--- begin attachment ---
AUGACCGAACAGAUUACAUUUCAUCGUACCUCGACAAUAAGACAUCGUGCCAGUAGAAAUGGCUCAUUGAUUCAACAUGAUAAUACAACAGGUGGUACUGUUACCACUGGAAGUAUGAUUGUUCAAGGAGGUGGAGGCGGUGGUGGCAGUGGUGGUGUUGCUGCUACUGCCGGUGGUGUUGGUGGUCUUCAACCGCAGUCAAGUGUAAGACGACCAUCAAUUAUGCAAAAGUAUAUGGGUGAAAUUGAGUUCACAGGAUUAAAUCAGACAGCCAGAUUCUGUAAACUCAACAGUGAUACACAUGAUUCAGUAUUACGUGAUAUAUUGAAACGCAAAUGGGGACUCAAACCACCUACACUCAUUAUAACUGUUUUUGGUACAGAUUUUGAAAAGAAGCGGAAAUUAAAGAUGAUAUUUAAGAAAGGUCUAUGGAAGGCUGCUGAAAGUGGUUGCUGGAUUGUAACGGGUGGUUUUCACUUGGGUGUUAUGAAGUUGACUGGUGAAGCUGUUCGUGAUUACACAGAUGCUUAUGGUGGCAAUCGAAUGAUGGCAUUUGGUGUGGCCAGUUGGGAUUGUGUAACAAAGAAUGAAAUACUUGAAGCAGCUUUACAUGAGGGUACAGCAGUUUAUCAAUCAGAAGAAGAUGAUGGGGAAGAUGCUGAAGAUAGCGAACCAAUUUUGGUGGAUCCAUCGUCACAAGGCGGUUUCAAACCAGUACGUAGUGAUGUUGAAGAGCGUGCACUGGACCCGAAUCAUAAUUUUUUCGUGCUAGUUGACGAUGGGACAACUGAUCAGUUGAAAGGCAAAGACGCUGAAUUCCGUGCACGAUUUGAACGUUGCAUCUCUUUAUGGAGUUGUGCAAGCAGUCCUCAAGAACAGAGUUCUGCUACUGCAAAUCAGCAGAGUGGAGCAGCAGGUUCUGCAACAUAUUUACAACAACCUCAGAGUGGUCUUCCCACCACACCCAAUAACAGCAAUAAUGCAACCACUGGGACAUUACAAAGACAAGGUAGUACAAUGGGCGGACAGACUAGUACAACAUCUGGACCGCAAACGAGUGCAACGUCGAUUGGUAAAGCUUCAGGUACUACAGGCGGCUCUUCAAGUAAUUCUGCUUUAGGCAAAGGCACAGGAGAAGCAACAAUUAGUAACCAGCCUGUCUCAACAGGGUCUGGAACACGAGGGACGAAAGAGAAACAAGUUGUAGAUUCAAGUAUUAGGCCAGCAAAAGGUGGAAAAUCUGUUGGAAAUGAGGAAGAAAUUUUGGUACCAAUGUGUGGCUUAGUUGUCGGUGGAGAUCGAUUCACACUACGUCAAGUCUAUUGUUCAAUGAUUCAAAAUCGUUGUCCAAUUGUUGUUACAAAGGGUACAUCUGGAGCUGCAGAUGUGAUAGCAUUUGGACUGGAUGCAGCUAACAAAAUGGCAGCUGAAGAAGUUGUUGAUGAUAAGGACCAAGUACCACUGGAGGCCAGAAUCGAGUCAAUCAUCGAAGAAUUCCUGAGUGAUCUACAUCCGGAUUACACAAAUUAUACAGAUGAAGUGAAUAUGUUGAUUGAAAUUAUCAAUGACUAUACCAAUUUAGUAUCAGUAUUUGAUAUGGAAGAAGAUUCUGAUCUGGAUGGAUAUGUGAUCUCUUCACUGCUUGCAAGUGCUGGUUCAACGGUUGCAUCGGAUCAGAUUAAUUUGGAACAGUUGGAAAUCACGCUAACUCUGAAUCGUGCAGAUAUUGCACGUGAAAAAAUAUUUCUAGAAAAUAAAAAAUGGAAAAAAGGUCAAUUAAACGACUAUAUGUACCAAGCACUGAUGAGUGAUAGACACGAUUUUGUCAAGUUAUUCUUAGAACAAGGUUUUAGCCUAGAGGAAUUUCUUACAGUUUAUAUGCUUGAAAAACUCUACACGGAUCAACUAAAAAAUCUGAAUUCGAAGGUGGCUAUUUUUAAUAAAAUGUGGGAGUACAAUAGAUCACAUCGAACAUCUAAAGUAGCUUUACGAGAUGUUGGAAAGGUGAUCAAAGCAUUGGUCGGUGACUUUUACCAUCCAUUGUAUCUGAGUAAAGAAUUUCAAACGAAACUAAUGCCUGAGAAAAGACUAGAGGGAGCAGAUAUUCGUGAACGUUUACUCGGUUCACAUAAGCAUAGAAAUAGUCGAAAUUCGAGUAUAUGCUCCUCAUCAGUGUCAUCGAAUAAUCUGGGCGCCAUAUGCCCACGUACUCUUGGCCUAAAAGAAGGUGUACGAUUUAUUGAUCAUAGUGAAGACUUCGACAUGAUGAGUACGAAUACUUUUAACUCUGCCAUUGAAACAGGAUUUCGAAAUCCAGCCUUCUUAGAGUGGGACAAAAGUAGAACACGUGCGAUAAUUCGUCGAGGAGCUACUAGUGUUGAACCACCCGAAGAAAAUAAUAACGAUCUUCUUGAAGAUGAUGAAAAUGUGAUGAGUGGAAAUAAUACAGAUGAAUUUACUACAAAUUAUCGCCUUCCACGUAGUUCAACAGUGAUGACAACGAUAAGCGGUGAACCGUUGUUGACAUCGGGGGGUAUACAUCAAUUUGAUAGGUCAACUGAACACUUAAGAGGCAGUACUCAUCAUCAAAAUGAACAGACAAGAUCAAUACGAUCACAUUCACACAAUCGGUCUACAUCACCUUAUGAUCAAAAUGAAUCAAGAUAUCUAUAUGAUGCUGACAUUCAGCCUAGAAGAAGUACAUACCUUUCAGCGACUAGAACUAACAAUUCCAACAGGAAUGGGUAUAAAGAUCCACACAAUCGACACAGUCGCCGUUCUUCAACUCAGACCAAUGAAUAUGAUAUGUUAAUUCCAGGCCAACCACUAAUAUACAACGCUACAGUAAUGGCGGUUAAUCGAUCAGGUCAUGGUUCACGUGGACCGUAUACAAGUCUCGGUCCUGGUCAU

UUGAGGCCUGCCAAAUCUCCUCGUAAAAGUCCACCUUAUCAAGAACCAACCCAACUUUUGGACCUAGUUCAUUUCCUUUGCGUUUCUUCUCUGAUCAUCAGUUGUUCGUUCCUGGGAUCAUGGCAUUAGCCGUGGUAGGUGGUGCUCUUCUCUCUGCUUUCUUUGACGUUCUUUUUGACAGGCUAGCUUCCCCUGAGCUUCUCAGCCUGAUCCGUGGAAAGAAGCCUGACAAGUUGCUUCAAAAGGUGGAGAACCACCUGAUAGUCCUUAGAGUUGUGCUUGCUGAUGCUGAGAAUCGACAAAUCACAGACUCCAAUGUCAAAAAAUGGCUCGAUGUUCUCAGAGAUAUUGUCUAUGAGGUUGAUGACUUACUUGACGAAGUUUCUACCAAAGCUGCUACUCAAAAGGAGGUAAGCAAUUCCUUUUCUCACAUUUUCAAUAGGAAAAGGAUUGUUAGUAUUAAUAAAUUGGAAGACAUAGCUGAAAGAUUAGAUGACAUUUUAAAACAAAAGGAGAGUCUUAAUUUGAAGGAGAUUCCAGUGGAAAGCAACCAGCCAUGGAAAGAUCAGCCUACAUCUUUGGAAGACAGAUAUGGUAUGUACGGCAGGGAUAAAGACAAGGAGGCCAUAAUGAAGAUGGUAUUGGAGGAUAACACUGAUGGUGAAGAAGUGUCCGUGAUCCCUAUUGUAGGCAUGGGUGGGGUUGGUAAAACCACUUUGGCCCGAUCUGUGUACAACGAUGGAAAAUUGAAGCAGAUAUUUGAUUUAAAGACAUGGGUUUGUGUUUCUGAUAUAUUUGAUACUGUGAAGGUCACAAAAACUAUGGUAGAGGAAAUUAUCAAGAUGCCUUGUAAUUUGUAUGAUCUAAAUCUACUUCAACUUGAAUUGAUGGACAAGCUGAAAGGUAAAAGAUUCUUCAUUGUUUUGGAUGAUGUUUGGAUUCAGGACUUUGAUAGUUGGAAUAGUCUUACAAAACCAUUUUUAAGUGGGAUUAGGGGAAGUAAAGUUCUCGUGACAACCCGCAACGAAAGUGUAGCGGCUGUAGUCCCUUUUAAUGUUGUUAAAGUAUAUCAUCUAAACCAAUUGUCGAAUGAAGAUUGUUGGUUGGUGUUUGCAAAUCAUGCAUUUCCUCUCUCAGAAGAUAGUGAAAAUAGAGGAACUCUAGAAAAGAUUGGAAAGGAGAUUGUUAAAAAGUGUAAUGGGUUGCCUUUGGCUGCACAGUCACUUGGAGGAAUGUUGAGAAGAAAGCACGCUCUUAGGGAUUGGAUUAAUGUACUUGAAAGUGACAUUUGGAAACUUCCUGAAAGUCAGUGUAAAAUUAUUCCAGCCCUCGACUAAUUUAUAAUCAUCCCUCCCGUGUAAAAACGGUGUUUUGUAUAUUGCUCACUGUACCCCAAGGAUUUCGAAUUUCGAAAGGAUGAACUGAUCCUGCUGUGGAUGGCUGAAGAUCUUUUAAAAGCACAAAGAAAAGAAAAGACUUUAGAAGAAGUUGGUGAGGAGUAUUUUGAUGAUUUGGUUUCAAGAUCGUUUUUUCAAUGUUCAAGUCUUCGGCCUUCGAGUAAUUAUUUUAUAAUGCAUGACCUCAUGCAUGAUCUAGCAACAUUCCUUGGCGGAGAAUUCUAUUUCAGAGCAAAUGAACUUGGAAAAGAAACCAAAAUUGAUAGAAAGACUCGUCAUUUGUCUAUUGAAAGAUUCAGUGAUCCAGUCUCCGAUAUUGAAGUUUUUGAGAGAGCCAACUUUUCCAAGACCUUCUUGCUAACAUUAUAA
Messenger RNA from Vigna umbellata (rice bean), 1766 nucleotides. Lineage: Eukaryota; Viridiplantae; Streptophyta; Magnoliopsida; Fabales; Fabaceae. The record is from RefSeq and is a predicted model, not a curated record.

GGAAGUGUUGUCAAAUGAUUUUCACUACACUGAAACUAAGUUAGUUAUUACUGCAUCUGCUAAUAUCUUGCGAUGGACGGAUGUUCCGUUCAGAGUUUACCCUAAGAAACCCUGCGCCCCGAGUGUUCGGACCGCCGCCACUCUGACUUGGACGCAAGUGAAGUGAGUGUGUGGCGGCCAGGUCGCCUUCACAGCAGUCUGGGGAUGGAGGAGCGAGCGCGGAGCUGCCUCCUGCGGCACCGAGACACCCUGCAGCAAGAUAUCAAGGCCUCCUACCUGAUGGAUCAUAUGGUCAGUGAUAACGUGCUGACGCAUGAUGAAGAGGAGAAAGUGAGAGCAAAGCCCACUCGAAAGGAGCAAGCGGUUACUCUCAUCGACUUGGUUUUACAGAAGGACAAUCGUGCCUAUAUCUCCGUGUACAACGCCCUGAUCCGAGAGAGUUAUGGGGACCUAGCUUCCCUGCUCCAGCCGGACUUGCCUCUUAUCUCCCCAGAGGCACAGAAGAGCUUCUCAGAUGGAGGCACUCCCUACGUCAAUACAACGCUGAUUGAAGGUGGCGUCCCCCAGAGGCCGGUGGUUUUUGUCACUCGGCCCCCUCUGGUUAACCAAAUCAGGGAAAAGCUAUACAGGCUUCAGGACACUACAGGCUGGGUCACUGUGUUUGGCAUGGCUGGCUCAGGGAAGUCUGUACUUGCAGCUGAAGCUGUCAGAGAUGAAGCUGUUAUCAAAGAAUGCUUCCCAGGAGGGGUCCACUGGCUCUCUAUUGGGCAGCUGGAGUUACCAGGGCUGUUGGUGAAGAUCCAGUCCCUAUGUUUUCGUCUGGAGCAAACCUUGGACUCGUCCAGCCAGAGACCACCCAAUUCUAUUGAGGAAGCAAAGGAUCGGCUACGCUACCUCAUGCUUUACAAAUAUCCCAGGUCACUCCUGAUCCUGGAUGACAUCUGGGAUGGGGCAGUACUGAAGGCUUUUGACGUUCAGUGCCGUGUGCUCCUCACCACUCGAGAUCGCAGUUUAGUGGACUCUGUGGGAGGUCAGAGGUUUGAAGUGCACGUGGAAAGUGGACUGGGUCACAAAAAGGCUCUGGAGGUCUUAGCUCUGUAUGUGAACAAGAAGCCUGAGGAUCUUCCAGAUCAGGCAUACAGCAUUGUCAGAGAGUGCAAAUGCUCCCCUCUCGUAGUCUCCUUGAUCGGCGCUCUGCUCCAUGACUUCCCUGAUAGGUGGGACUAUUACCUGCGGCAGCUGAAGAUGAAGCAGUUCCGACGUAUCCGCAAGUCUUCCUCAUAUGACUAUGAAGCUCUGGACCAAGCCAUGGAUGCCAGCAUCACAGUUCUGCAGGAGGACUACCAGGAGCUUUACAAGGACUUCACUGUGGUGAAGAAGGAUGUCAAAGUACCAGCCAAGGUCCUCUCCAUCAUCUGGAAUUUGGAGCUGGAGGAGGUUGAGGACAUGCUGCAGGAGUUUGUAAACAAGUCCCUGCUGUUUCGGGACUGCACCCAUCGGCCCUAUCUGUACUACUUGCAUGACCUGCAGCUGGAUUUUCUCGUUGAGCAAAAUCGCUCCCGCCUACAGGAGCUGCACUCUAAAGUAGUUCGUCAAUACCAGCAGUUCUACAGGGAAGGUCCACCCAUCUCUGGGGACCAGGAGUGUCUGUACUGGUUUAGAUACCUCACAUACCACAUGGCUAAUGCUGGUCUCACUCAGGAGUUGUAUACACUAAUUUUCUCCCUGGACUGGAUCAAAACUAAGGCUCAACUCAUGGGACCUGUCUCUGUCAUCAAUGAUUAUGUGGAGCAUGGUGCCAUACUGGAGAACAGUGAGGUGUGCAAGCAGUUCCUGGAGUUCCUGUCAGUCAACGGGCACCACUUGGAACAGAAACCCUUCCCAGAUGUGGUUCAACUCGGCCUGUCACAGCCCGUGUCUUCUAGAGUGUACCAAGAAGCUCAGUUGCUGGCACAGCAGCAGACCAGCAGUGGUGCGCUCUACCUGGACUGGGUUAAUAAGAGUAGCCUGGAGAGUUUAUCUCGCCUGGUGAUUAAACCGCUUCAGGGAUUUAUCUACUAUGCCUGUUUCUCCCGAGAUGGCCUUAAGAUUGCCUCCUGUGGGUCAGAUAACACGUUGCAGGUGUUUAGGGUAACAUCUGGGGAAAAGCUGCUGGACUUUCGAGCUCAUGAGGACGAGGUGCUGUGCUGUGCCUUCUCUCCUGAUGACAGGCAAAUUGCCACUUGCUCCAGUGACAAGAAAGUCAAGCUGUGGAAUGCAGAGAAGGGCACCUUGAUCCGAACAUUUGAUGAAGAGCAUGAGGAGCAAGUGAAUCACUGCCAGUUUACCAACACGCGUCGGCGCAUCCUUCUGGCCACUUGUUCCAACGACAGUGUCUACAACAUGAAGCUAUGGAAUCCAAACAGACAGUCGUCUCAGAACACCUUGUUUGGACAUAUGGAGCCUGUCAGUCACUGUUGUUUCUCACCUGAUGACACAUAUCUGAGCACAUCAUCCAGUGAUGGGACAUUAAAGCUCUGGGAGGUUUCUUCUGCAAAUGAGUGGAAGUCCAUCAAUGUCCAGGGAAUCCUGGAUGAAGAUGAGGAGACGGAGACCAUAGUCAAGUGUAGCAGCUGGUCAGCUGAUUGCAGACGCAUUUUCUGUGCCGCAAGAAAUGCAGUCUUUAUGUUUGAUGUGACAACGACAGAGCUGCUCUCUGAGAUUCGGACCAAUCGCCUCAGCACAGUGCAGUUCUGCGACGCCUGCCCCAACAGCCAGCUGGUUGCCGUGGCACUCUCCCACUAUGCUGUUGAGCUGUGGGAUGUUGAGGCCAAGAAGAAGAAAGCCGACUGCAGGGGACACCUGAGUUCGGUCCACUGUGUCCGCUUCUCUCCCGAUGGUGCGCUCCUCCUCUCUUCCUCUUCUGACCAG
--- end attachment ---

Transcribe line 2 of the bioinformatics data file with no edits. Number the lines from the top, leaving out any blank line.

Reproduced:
UUGAGGCCUGCCAAAUCUCCUCGUAAAAGUCCACCUUAUCAAGAACCAACCCAACUUUUGGACCUAGUUCAUUUCCUUUGCGUUUCUUCUCUGAUCAUCAGUUGUUCGUUCCUGGGAUCAUGGCAUUAGCCGUGGUAGGUGGUGCUCUUCUCUCUGCUUUCUUUGACGUUCUUUUUGACAGGCUAGCUUCCCCUGAGCUUCUCAGCCUGAUCCGUGGAAAGAAGCCUGACAAGUUGCUUCAAAAGGUGGAGAACCACCUGAUAGUCCUUAGAGUUGUGCUUGCUGAUGCUGAGAAUCGACAAAUCACAGACUCCAAUGUCAAAAAAUGGCUCGAUGUUCUCAGAGAUAUUGUCUAUGAGGUUGAUGACUUACUUGACGAAGUUUCUACCAAAGCUGCUACUCAAAAGGAGGUAAGCAAUUCCUUUUCUCACAUUUUCAAUAGGAAAAGGAUUGUUAGUAUUAAUAAAUUGGAAGACAUAGCUGAAAGAUUAGAUGACAUUUUAAAACAAAAGGAGAGUCUUAAUUUGAAGGAGAUUCCAGUGGAAAGCAACCAGCCAUGGAAAGAUCAGCCUACAUCUUUGGAAGACAGAUAUGGUAUGUACGGCAGGGAUAAAGACAAGGAGGCCAUAAUGAAGAUGGUAUUGGAGGAUAACACUGAUGGUGAAGAAGUGUCCGUGAUCCCUAUUGUAGGCAUGGGUGGGGUUGGUAAAACCACUUUGGCCCGAUCUGUGUACAACGAUGGAAAAUUGAAGCAGAUAUUUGAUUUAAAGACAUGGGUUUGUGUUUCUGAUAUAUUUGAUACUGUGAAGGUCACAAAAACUAUGGUAGAGGAAAUUAUCAAGAUGCCUUGUAAUUUGUAUGAUCUAAAUCUACUUCAACUUGAAUUGAUGGACAAGCUGAAAGGUAAAAGAUUCUUCAUUGUUUUGGAUGAUGUUUGGAUUCAGGACUUUGAUAGUUGGAAUAGUCUUACAAAACCAUUUUUAAGUGGGAUUAGGGGAAGUAAAGUUCUCGUGACAACCCGCAACGAAAGUGUAGCGGCUGUAGUCCCUUUUAAUGUUGUUAAAGUAUAUCAUCUAAACCAAUUGUCGAAUGAAGAUUGUUGGUUGGUGUUUGCAAAUCAUGCAUUUCCUCUCUCAGAAGAUAGUGAAAAUAGAGGAACUCUAGAAAAGAUUGGAAAGGAGAUUGUUAAAAAGUGUAAUGGGUUGCCUUUGGCUGCACAGUCACUUGGAGGAAUGUUGAGAAGAAAGCACGCUCUUAGGGAUUGGAUUAAUGUACUUGAAAGUGACAUUUGGAAACUUCCUGAAAGUCAGUGUAAAAUUAUUCCAGCCCUCGACUAAUUUAUAAUCAUCCCUCCCGUGUAAAAACGGUGUUUUGUAUAUUGCUCACUGUACCCCAAGGAUUUCGAAUUUCGAAAGGAUGAACUGAUCCUGCUGUGGAUGGCUGAAGAUCUUUUAAAAGCACAAAGAAAAGAAAAGACUUUAGAAGAAGUUGGUGAGGAGUAUUUUGAUGAUUUGGUUUCAAGAUCGUUUUUUCAAUGUUCAAGUCUUCGGCCUUCGAGUAAUUAUUUUAUAAUGCAUGACCUCAUGCAUGAUCUAGCAACAUUCCUUGGCGGAGAAUUCUAUUUCAGAGCAAAUGAACUUGGAAAAGAAACCAAAAUUGAUAGAAAGACUCGUCAUUUGUCUAUUGAAAGAUUCAGUGAUCCAGUCUCCGAUAUUGAAGUUUUUGAGAGAGCCAACUUUUCCAAGACCUUCUUGCUAACAUUAUAA